Matheus Couto, MFS

2014 TRI Fellow in Brazil

Carbon storage and species succession in Amazonian indigenous agroforestry systems across a 40 year chronosequence in Acre, Brazil

Indigenous lands in the Brazilian Amazon Forest play an important role in reducing deforestation rates and providing ecosystem services such as carbon sequestration and habitat for biodiversity. The State of Acre developed legislation (SISA) to grant indigenous populations payments for ecosystem services targeted to maintaining forest conservation in their territories.

My research was carried in the 87 thousand hectare Ashaninka territory, where the people are aiming to access the State mechanism for payments for ecosystem services.  As with most indigenous groups in the Amazon, the Ashaninka traditionally practice swidden agriculture for staple food production. However, the management of secondary forests that regenerate after agriculture is not well documented and might have influence in forest structure and composition.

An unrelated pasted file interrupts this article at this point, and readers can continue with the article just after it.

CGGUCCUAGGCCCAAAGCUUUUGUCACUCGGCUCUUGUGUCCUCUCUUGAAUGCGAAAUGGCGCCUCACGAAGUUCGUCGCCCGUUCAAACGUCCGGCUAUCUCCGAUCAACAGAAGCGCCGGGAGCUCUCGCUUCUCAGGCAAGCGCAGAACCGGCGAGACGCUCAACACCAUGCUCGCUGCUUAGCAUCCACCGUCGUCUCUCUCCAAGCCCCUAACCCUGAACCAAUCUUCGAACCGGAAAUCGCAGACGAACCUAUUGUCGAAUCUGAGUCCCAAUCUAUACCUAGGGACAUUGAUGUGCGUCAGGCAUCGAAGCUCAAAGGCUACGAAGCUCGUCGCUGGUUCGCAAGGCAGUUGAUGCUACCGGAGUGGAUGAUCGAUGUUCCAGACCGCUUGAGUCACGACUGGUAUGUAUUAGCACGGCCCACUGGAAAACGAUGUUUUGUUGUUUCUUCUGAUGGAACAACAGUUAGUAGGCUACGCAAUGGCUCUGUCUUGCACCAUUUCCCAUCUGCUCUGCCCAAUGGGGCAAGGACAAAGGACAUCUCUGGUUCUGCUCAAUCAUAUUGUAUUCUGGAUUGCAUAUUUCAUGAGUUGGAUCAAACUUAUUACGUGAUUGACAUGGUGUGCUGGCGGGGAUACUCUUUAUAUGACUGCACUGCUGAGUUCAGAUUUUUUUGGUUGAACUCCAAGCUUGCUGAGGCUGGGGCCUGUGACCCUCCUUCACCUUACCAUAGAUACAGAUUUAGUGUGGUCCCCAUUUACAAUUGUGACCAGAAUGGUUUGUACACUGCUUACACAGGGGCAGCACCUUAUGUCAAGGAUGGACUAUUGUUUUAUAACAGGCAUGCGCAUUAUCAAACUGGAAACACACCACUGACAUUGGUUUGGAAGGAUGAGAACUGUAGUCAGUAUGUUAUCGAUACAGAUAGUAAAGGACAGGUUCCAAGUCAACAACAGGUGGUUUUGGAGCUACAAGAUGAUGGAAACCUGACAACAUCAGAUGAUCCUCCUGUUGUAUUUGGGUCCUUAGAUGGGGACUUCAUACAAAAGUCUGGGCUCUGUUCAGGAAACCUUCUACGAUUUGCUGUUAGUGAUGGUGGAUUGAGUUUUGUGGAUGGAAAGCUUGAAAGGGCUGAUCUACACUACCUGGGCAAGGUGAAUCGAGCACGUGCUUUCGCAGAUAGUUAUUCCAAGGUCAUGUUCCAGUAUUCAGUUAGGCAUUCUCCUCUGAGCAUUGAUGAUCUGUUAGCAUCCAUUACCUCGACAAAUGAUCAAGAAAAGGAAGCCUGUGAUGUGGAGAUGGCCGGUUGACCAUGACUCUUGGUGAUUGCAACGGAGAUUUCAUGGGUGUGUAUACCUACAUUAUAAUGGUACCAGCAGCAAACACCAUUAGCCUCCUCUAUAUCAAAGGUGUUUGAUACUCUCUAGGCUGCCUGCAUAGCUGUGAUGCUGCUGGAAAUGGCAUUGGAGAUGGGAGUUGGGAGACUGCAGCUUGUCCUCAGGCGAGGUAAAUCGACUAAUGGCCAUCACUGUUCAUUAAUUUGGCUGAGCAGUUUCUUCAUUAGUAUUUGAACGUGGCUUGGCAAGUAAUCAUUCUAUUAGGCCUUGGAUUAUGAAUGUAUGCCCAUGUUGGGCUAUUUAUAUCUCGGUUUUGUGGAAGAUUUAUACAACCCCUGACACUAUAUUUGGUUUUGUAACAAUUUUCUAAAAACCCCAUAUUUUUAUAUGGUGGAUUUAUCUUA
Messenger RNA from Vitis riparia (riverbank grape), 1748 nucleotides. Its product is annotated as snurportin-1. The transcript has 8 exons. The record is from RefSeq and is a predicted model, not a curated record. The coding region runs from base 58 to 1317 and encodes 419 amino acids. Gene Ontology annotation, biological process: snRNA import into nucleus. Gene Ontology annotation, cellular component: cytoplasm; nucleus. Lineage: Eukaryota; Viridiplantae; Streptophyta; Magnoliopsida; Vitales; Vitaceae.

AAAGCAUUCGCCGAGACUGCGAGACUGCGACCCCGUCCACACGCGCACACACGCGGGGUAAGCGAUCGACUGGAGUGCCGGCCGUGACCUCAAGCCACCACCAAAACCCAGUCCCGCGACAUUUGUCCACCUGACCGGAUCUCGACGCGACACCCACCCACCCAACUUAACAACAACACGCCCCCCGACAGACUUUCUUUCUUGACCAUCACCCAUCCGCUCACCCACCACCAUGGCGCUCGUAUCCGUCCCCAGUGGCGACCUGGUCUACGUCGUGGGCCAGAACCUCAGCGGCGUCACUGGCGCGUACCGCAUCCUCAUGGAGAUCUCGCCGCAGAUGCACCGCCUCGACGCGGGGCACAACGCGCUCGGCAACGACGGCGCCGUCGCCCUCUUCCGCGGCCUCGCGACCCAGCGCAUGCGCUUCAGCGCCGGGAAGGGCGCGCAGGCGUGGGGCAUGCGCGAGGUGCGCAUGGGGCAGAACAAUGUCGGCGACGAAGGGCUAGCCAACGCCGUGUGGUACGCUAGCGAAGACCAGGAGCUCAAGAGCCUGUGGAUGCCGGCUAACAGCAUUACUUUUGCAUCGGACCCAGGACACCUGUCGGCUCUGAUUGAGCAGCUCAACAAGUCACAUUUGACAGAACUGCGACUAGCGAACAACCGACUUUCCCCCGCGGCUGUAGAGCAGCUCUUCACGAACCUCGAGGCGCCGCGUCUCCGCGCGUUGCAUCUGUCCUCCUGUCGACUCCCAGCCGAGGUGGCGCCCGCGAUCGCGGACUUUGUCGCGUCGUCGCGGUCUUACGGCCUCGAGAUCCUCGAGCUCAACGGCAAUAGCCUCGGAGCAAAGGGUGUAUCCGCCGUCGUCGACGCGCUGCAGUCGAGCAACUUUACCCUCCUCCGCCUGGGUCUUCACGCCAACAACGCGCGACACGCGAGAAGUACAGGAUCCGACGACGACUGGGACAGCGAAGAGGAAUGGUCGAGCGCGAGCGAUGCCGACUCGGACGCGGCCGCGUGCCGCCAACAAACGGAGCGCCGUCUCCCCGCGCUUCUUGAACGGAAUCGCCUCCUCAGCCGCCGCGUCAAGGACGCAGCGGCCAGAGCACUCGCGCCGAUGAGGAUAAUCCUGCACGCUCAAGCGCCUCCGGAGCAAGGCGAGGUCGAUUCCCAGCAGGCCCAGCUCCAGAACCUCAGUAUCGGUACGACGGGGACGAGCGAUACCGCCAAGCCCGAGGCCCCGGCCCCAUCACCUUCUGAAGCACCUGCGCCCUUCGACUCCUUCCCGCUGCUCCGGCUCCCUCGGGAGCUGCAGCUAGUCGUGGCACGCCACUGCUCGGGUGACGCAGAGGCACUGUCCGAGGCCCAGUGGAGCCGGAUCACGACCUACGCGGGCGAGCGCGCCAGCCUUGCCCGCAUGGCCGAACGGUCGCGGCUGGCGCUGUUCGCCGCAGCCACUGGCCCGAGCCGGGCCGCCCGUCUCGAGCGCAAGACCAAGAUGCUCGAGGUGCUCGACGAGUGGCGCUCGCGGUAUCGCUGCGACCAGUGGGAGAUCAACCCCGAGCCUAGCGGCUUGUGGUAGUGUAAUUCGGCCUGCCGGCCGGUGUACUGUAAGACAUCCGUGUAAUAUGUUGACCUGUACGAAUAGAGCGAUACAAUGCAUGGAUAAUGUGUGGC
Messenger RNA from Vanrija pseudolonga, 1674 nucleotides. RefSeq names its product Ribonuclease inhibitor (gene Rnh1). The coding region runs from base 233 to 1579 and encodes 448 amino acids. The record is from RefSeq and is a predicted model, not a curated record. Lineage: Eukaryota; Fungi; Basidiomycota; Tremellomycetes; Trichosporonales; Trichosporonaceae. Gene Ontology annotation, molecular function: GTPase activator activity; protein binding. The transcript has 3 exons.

My proposed research intends to assess changes in forest structure and composition over time in abandoned agricultural sites, as well as estimating the aboveground carbon stocks over time in secondary forests. I took a chronosequence approach to assess carbon storage through time. Forest stands will be grouped into age classes of 5, 15, 40 years and old-growth. The carbon stocks will be estimated by allometric biomass equations, which will be adjusted by wood density to account for differences among species and succession.